DropBox alternatives

DropBox
Dropbox is a Web-based file hosting service that uses cloud computing to enable users to store and share files and folders with others across the Internet using file synchronization. There are both free and paid services, each with varying options. In comparison to similar services, Dropbox offers a relatively large number of user clients across a variety of desktop and mobile operating systems.
DropBox alternatives are:
Box, SugarSync, OneDrive, Evernote, Google Docs
Here are the latest news about DropBox:

12.10.16 Dropbox adds PDF signing, iMessage integrations


Dropbox is updating its iOS app with few new features that should help it continue to have a toehold within larger companies. The first update is PDF signing, which allows users to open PDF files right from their mobile devices and insert signatures and text into them. Another update Dropbox is getting today is an integration with iMessage - rich file-sharing within iMessage that includes previews and the like for its users. Besides, the new lock-screen widget will give users the ability to do the most common actions you might find in a Dropbox app from the lock screen. Tapping on one of the functions will go straight to an operation within Dropbox.



2016 Dropbox adds a new dashboard for IT admins


Cloud storage service Dropbox unveiled AdminX, a new dashboard aimed at IT admins to better tailor and control their companies’ files and users on Dropbox Business accounts. Dropbox says that AdminX has been an internal initiative for a year already: and the premise is simple. While there have been admin tools on Dropbox Business ever since the product was launched, these have not seen much use. So taking a page from its own consumerization book, Dropbox has reimagined them with more intuition and simpler interfaces. At the same time, the company is preparing to launch yet more services that take it beyond basic storage: soon it plans to launch mobile device management as part of the AdminX console so that admins can use Dropbox to control not just Dropbox-based files but actual devices.



2016 Dropbox launched a new way to scan documents with your phone


Dropbox released a slew of new enterprise features. The most interesting new feature is a tool in its mobile application that allows business users to scan documents and upload them directly into Dropbox. The idea is that there is still a lot of activity and business development that happens in the real world, and Dropbox hopes to seamlessly extend that into its services. Here’s one of the more unique aspects: the company uses optical character recognition (or OCR, for short) to recognize text on the document that it’s scanning. That makes content within those documents — if it works — actually searchable inside the app. Given that Dropbox’s strength has generally been its core technology, and its quick synchronization tools, the company is clearly leaning on that in order to build a differentiated product.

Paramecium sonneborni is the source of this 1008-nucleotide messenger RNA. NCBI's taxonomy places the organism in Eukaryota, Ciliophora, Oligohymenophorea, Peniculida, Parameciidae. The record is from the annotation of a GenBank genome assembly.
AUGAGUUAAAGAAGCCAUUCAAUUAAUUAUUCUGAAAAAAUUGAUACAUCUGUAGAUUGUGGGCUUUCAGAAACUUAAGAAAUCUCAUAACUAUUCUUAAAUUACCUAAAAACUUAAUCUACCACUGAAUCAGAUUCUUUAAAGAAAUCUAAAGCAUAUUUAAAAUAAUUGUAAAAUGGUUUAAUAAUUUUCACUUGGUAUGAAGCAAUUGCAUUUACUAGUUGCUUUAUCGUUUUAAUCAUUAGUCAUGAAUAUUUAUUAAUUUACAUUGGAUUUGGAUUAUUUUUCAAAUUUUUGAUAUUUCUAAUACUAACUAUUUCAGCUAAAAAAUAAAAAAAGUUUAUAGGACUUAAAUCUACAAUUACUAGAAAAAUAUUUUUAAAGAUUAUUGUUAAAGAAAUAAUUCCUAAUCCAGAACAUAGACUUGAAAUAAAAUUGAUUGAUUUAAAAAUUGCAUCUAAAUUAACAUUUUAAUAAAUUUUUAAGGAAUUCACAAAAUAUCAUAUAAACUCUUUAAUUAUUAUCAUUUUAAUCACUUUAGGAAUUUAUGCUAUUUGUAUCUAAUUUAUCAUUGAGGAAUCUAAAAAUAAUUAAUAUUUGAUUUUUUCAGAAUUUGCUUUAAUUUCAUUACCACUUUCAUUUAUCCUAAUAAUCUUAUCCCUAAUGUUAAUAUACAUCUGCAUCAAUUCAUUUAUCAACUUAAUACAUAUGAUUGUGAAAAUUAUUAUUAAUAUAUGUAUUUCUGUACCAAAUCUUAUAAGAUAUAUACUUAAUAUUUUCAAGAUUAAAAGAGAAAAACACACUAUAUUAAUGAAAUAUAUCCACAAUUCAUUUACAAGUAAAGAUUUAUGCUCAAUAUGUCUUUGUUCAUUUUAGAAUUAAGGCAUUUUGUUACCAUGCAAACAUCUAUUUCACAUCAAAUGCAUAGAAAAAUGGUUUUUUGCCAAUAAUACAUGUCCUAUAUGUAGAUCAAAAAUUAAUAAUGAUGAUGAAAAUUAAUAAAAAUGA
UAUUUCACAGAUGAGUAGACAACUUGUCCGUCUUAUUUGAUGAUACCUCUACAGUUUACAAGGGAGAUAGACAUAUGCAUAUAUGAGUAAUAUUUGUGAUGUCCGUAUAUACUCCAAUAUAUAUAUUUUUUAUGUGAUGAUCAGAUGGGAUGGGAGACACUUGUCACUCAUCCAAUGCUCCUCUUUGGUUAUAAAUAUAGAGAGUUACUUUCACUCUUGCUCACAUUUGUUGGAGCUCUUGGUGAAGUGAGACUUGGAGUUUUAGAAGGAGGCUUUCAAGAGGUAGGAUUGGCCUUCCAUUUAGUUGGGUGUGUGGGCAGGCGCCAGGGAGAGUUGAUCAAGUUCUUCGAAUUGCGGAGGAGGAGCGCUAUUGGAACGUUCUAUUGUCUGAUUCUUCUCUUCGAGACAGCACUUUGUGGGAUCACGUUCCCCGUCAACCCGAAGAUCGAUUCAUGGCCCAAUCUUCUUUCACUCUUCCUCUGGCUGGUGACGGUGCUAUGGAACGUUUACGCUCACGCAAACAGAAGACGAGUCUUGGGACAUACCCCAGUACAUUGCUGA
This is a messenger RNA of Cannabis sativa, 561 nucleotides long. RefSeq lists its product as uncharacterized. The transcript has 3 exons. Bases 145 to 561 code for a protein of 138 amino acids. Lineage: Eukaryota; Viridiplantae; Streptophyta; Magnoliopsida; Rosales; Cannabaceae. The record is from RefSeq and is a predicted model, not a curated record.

2016 Dropbox will allow users to access cloud-only folders from Windows and Mac


Dropbox announced Project Infinite that is going to make managing your local computer storage and cloud storage quite a bit easier. The idea is to allow you to access your files on Dropbox right in Finder or Explorer instead of needing to navigate Dropbox's online interface. In other words, the files look like they're in your computer but actually aren't, allowing you to easily find and manage Dropbox-only files. There is no information about when this update will be coming to Dropbox or whether it will only be available to paid pro users or business users.



2015 Dropbox allows to edit PDF files on the go


Dropbox users are now able to edit, annotate or comment their PDF files stored in Dropbox, or even electronically sign a PDF using the Acrobat Reader app,  while using iOS applications. Support for Android is set to arrive in the near future. This improved support for working with the popular file format comes on the heels of Dropbox’s partnership with Adobe, announced last month, which included Dropbox’s integration into Adobe’s Document Cloud, among other things. Before today, Adobe and Dropbox had already rolled out support for working with PDFs from the Adobe app on the desktop. That is, in addition to opening and viewing files, any edits you made to your files would automatically be saved to your Dropbox when complete.